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13.7: Cosmos And Culture
Thu September 19, 2013
Richard Dawkins' Delightful Memoir Dilutes The Poison
On Tuesday, famed evolutionary scientist and atheist Richard Dawkins' new book — a memoir called An Appetite for Wonder: The Making of a Scientist — will be published here in the United States. (It came out in the United Kingdom on September 12.) Spanning the years from Dawkins' birth in Kenya in 1941 to the publication of his bestseller The Selfish Gene in 1976, the book tells the story of how Dawkins fell in love with learning and then science.
Dawkins is a controversial public figure. Last year, when I interviewed Dawkins at NPR's Washington headquarters, I found myself in keen disagreement with his style of religion-bashing. And only just last month he caused a furor when he tweeted this message:
So, I approached An Appetite for Wonder with some trepidation. Indeed, the book was lampooned in The Guardian's "digested read" feature as boastful and arrogant. But what I discovered was something quite different. It's a memoir that is funny and modest, absorbing and playful. Dawkins has written a marvelous love letter to science.
With that in mind, here are 10 highlights from An Appetite for Wonder:
10. Evocation of his early family life in Africa and, later, England. His "ceaselessly creative" father and language-loving mother lighted the fires of curiosity about the world in a small boy. Young Richard loved imaginary pretend games: "Mummy, I'm an owl being a water wheel."
9. The diaries of his mother Jean. Dawkins quotes from these with disarming openness. When Dawkins was 5, he and his parents visited home by way of a post-war sea voyage. Jean wrote:
When we got to England [Richard] was quite a sad little boy, and had lost all his bounce. While we were looking out of the ship at Liverpool docks in the dark rain ... he asked wonderingly, "Is that England?" and then quickly asked "When are we going back [to Africa]?"
8. The English (and English-abroad) boarding school experience. Dawkins was first sent to boarding school at age 7. His abiding regret at not doing more to stop the boy-to-boy bullying he witnessed at his schools is emotional and moving.
7. Care for animals. In describing an opportunity to assist in the dissection of a giraffe, Dawkins notes that the animal "had unfortunately died a few days earlier." With that single word, "unfortunately," he echoes a minor but welcome theme of compassion for animals that runs throughout the book.
6. The roots of atheism. Dawkins traces his trajectory from a boy who embraced Christianity early on to a teenager who became "militantly anti-religious" at about age 17.
5. That modesty I mentioned. Not only does Dawkins generously credit scores of his teachers, tutors and colleagues, he scrutinizes his own faults. "I'm not a good observer," he writes. "I'm not proud of it."
4. "The centre of my being." Dawkins' love for Oxford, its Zoology Department, and his tutor Niko Tinbergen (who later won the Nobel Prize) and fellow pupils (and later, fellow teachers) shine with the pure heady excitement of doing science.
3. The Selfish Gene. We get a fresh (to me) glimpse of how early the basic "immortal genes" concepts were laid down in Dawkins' thinking when he quotes from his 1966 lecture notes, prepared for his own undergraduate students.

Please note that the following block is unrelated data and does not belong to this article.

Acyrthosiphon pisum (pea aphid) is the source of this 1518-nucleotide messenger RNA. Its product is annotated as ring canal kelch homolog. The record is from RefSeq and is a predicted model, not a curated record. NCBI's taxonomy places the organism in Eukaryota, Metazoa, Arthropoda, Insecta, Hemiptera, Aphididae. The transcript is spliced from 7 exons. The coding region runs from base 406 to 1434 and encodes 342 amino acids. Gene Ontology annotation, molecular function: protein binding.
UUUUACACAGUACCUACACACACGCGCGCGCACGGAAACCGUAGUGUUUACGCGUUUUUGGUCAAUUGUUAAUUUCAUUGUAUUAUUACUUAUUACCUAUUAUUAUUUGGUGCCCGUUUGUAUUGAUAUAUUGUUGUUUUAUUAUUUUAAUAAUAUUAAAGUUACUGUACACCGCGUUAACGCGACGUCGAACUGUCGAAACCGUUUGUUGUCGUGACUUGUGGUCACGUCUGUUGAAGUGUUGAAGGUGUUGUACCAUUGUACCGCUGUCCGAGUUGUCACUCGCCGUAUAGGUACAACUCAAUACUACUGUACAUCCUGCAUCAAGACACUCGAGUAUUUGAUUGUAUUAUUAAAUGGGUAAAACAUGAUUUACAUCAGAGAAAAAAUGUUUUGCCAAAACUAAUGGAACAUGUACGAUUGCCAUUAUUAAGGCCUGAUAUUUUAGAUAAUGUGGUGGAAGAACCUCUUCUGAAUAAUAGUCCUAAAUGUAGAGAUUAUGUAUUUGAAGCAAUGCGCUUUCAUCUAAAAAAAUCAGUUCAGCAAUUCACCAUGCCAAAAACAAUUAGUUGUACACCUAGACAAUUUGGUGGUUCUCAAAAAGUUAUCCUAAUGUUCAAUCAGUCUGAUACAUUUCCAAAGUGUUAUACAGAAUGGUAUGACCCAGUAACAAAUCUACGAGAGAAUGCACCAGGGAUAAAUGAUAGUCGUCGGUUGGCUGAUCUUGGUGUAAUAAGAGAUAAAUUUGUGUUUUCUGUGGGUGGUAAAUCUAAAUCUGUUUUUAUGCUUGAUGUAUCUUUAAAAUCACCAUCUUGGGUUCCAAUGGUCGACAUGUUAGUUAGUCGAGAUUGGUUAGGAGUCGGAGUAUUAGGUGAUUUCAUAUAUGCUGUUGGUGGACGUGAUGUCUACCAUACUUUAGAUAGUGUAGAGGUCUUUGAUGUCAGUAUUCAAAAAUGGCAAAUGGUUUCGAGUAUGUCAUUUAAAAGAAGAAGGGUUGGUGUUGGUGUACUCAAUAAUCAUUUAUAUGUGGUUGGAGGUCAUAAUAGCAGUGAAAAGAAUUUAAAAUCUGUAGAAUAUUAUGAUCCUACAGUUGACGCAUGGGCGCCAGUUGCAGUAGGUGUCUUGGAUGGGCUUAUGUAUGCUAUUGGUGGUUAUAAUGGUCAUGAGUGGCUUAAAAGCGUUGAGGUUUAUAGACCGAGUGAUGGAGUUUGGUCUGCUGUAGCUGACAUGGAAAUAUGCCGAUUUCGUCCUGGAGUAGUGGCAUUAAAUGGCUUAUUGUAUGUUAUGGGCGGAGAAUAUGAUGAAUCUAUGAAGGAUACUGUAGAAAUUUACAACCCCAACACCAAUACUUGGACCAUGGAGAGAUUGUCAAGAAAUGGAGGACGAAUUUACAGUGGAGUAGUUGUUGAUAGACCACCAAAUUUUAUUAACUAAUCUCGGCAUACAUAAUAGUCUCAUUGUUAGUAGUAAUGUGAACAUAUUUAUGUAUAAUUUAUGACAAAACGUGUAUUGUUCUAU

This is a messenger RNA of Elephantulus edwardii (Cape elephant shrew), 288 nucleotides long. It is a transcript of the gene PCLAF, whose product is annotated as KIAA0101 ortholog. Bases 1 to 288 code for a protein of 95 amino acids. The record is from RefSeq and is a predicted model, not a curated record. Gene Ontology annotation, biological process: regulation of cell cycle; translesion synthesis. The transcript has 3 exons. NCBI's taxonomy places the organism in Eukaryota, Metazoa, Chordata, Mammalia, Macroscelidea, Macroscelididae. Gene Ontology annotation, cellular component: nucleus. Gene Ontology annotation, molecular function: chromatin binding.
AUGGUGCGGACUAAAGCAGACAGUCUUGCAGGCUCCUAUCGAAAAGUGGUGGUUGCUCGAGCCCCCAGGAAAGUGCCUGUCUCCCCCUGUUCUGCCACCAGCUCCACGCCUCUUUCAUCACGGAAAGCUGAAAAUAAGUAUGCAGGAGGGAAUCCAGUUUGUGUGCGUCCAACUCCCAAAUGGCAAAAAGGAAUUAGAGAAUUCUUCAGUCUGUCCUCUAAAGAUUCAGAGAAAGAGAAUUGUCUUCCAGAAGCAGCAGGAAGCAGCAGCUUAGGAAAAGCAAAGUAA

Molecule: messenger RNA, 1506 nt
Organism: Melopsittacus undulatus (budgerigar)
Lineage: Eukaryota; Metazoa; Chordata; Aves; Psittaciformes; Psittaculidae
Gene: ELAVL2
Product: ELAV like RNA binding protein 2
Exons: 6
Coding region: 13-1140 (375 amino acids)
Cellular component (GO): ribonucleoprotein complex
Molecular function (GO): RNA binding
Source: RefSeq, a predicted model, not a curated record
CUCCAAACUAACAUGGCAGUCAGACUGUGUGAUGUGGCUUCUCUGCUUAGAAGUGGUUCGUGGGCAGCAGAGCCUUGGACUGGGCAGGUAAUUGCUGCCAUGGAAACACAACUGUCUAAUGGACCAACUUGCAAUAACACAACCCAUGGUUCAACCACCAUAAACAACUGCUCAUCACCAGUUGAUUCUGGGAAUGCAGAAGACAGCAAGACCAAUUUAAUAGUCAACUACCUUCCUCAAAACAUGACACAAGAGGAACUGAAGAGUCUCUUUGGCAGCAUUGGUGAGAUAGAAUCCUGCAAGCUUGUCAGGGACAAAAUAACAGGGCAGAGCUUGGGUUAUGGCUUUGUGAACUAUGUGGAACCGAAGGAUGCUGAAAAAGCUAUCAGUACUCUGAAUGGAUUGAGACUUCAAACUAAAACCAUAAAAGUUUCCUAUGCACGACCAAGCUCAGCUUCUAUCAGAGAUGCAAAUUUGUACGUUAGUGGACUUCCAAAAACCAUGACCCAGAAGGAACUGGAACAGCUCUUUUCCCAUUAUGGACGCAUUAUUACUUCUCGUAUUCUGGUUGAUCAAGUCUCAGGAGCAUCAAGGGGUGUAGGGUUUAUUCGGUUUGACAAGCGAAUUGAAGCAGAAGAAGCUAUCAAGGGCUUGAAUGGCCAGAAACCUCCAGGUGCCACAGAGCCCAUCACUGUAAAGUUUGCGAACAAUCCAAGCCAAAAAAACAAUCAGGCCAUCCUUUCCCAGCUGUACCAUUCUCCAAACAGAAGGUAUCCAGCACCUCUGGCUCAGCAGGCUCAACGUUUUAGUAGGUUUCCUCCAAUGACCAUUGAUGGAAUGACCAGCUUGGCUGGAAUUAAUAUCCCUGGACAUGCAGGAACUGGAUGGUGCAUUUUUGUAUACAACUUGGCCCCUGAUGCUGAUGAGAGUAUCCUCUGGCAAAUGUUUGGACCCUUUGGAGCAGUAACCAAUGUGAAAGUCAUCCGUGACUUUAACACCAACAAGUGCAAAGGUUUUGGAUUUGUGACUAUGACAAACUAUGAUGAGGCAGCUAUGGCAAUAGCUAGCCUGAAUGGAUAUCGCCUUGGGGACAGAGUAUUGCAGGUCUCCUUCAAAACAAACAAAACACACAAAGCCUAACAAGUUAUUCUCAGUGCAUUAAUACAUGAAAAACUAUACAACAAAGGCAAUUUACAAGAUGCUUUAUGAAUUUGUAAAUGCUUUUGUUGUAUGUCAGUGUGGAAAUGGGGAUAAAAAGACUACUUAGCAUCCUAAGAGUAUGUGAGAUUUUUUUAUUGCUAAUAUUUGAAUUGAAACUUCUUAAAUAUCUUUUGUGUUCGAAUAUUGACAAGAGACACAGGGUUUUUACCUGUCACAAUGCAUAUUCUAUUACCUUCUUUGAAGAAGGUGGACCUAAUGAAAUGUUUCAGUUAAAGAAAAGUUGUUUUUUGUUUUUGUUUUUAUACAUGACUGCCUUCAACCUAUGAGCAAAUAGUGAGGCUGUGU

2. Chickens who drink and flies who self-groom. The research undertaken by Dawkins in his pre-Selfish Gene days is exciting in itself — not about chicken and fly behavior so much as about exploring "methods of thinking."
1. The science. I'll say it again: Dawkins has written a love letter to science, and for this, the book will touch scientists and science-loving persons.
Now, it's not that I fully embrace all of Dawkins' ideas. How many anthropologists take his people-are-programmed-by-genes rhetoric as scientific truth? Yet the point of memoir reading isn't to just nod sagely in agreement as a great man tells his story. So I do have an objection to the book and it's a matter of style, rather than ideas.
Happily immersed in some past period of Dawkins' life, readers will be jarred from time to time by the bitter outbursts that pepper the text. They're missives from the Dawkins of today who delights in insult mode, as in this example:
I have recently had occasion to look at The Book of Mormon, fabricated by a nineteenth-century charlatan called Smith ...
What do these poisonous passages add to the book? Nothing good. They are mercifully few, however.
Sometimes Dawkins manages to be off-base without being off-putting. Dawkins repeatedly laments his own childhood gullibility, for example his readiness to believe that a pet goes to pet heaven upon its death. And when he runs with this theme, we may throw up our hands at his conclusion — and want to rescue our children from his Yuletide ventures at early science education — and still enjoy his even tone:
Why do adults foster the credulity of children? Is it really so obviously wrong, when a child believes in Father Christmas, to lead her in a gentle little game of questioning? How many chimneys would he have to reach, if he is to deliver presents to all the children in the world? How fast would his reindeer have to fly in order that he should finish the task by Christmas morning? Don't tell her point blank that there is no Father Christmas. Just encourage her in the unfaultable habit of skeptical questioning.
Continuing on from where this present volume leaves off, book two of Dawkins' memoir is slated to appear in 2015. This later period of Dawkins' life is almost guaranteed to bring more heat to the story because it includes his atheist-firebrand years. For now, we have an enchanting memoir to read, one that I recommend highly.